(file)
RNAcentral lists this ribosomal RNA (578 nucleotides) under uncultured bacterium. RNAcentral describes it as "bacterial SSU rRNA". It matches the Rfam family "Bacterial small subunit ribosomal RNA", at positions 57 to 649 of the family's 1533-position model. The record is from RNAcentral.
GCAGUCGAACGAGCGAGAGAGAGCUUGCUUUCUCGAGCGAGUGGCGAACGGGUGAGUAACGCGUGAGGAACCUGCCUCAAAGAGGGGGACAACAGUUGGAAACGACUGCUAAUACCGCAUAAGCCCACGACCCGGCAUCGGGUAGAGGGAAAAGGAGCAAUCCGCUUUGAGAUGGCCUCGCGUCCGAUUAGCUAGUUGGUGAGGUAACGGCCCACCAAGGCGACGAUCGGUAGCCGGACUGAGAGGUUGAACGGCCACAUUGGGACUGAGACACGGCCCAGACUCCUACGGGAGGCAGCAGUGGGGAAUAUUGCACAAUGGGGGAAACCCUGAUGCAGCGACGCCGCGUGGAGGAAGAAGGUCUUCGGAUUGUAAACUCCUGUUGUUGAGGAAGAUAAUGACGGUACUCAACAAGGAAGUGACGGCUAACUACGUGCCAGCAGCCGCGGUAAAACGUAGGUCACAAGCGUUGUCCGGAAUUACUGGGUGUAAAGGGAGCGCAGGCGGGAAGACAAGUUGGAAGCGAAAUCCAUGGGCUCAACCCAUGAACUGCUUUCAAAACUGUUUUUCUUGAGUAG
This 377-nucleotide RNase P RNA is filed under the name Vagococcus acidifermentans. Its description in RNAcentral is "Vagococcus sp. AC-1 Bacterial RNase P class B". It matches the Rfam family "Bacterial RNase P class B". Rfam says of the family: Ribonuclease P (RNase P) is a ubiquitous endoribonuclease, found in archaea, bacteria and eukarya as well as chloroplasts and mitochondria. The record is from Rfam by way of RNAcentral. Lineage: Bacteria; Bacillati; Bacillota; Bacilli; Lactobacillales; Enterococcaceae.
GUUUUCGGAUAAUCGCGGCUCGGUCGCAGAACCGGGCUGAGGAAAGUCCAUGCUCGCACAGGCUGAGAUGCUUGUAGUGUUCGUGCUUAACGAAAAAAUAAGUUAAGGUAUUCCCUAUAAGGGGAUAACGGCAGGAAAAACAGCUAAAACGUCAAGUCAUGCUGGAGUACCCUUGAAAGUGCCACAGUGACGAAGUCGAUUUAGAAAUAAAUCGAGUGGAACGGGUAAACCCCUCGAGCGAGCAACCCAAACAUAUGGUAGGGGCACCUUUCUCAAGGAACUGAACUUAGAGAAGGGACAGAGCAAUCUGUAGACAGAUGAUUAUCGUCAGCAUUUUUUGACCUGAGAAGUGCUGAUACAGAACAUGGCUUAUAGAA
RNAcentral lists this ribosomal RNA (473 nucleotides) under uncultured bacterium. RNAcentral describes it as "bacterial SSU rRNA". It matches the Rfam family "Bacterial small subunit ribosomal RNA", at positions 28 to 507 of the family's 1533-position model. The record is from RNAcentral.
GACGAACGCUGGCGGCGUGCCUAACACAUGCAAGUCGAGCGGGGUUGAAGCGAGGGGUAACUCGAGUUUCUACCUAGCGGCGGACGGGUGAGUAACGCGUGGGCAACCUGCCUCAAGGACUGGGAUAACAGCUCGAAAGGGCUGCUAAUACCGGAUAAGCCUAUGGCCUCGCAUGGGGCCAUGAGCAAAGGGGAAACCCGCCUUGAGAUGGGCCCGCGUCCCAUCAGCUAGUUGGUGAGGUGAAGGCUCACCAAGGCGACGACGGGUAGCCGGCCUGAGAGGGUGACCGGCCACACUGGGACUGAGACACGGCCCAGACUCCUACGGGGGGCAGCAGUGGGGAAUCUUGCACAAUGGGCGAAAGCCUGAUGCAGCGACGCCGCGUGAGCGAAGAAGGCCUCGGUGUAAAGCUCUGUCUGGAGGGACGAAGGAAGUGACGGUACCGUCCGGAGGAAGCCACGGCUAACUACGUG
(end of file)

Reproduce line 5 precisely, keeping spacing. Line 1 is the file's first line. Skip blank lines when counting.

RNAcentral lists this ribosomal RNA (473 nucleotides) under uncultured bacterium. RNAcentral describes it as "bacterial SSU rRNA". It matches the Rfam family "Bacterial small subunit ribosomal RNA", at positions 28 to 507 of the family's 1533-position model. The record is from RNAcentral.